In a story published Sunday, the newspaper also disclosed five cases that two juvenile justice advocates with extensive experience investigating youth lockups called "dangerous," "anti-therapeutic" and clear civil-rights violations.
The five incidents occurred at the Yell County lockup over the past three years, and Youth Services Division officials say that three of the youths involved were in state custody at the time.
• In January 2012, a sheriff's deputy pepper-sprayed a girl while she was in The Wrap -- her hands cuffed behind her back, legs bound and chest strapped with a harness that tied to her feet. A staff member justified using the chemical by saying the girl had been "belligerent" while tied up.
• In May 2012, a staff member hogtied two youths for two hours because they had been fighting. He let them loose to eat but put them back in restraints because they had been disrespectful while tied up.
• In June 2013, a staff member put a youth in The Wrap for six hours -- with a 23-minute break after the first two hours and a 12-minute break after the second two hours.
• In July 2013, a boy exhibiting suicidal behavior was put in The Wrap, but the device didn't calm him down. Instead, he continued to harm himself by banging his head on the ground, and the facility's director, Kristi Padgett, told staff members to remove the boy from the restraint. "Once removed he was pepper sprayed," the report concludes.
• In December 2013, Padgett pepper-sprayed a youth for "mouthing." He was then placed in The Wrap for making verbal threats while a staff member was cleaning the chemicals off him.
Padgett has since left the lockup and taken a job with the Department of Human Services. She has not responded to messages left on her cellphone over the past few weeks.
Robin Barefield, who has since replaced Padgett as director, was involved in the incident in which the girl was pepper-sprayed while in The Wrap. She has declined to comment and referred questions to the sheriff's office.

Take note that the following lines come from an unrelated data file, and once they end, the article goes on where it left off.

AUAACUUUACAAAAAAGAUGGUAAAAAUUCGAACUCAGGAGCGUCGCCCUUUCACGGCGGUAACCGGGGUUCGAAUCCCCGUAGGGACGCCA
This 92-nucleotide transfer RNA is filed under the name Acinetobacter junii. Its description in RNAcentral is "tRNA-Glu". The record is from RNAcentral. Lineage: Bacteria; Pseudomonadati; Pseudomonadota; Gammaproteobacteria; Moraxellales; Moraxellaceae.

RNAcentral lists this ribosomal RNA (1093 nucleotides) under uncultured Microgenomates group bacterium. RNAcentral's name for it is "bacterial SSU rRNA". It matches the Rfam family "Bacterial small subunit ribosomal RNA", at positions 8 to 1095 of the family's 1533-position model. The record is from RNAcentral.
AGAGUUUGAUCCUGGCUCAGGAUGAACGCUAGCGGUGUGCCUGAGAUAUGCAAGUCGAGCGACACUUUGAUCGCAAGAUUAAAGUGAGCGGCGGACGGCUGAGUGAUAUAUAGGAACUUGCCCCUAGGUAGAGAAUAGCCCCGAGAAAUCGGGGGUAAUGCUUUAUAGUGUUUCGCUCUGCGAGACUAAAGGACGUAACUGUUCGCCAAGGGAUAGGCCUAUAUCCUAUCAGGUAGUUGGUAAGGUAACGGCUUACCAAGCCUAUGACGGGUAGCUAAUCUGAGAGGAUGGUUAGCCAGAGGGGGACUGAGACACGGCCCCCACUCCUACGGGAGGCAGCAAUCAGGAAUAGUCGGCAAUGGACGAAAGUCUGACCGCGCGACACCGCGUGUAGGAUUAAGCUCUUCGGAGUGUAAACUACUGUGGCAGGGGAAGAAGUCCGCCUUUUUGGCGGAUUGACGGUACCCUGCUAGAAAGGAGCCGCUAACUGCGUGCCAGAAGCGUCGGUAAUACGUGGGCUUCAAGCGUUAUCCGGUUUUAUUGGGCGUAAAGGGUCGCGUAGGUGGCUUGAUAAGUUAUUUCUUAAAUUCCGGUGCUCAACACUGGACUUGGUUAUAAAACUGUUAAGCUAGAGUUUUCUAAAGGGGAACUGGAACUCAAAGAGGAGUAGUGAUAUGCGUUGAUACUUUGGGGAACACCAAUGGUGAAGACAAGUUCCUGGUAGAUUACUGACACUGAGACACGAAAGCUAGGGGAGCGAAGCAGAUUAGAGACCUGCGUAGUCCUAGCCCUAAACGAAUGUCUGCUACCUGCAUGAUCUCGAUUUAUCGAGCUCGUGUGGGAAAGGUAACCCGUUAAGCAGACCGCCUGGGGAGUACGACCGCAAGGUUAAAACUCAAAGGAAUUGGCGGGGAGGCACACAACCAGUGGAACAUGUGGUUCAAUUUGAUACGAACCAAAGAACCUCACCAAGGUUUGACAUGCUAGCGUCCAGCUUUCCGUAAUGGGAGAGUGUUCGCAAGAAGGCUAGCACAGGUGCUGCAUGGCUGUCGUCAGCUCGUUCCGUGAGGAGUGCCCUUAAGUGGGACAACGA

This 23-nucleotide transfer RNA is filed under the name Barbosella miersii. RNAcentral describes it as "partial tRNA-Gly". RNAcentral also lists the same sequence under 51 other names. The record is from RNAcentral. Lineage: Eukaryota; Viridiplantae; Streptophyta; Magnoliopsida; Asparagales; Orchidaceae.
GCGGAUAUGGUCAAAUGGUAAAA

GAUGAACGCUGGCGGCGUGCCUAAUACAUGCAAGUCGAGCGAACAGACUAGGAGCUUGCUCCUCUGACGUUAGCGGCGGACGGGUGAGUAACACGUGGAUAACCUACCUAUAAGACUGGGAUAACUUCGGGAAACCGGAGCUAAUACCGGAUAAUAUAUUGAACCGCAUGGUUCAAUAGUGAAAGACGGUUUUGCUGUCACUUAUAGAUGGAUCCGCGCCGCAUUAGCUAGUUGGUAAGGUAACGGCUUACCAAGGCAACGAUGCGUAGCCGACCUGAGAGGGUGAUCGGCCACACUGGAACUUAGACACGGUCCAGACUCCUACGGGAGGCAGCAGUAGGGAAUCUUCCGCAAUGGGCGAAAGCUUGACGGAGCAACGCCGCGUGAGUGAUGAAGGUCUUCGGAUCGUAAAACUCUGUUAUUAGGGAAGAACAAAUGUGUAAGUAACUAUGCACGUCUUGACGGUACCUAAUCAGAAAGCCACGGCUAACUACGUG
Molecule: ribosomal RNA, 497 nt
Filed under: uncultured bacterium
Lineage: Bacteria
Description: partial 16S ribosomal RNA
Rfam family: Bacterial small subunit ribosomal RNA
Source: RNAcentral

In response to questions about the incidents last week, the Youth Services Division raised the prospect of dissolving its agreement with the Yell County lockup in light of the newspaper's findings.
"[Ending the agreement] is a possibility given that there were very serious and inappropriate incidents of which DYS was never informed. The county's response to the latest incidents will drive our level of confidence in the commitment to systemic changes," the division said in a written statement.
On Tuesday, Webb said the state agency believes that Yell County officials have changed the culture at the facility that allowed employees to routinely punish youths with restraints and other methods.
Employees are undergoing training, and the county has been cooperating with the division, she said.
"However, we were concerned that there were serious incidents that they did not report to us. We also were concerned about the nature of those incidents," Webb said. "We want to get some additional information and see if there are any additional actions that need to be taken before we would commit to continuing to use that facility."
Webb said she couldn't comment on whether any of the incidents identified by the newspaper were reported as abuse or maltreatment to the state child abuse hotline of the Arkansas State Police Crimes Against Children Division. Those investigations are secret under state law.
"We will follow the law. If we have reasonable cause to suspect that there may have been child maltreatment, we would report that and state police Crimes Against Children would handle any of that," she said.
Webb said that she couldn't say whether Youth Services Division officials want the sheriff's office to have a law enforcement agency conduct the independent review rather than a consultant or other group with lesser legal authority.
"I think we just need to wait and see what they're proposing to do. I don't want to speculate on who we would want," she said.
A Section on 12/24/2014
Print Headline: State cuts off Yell County from jail kids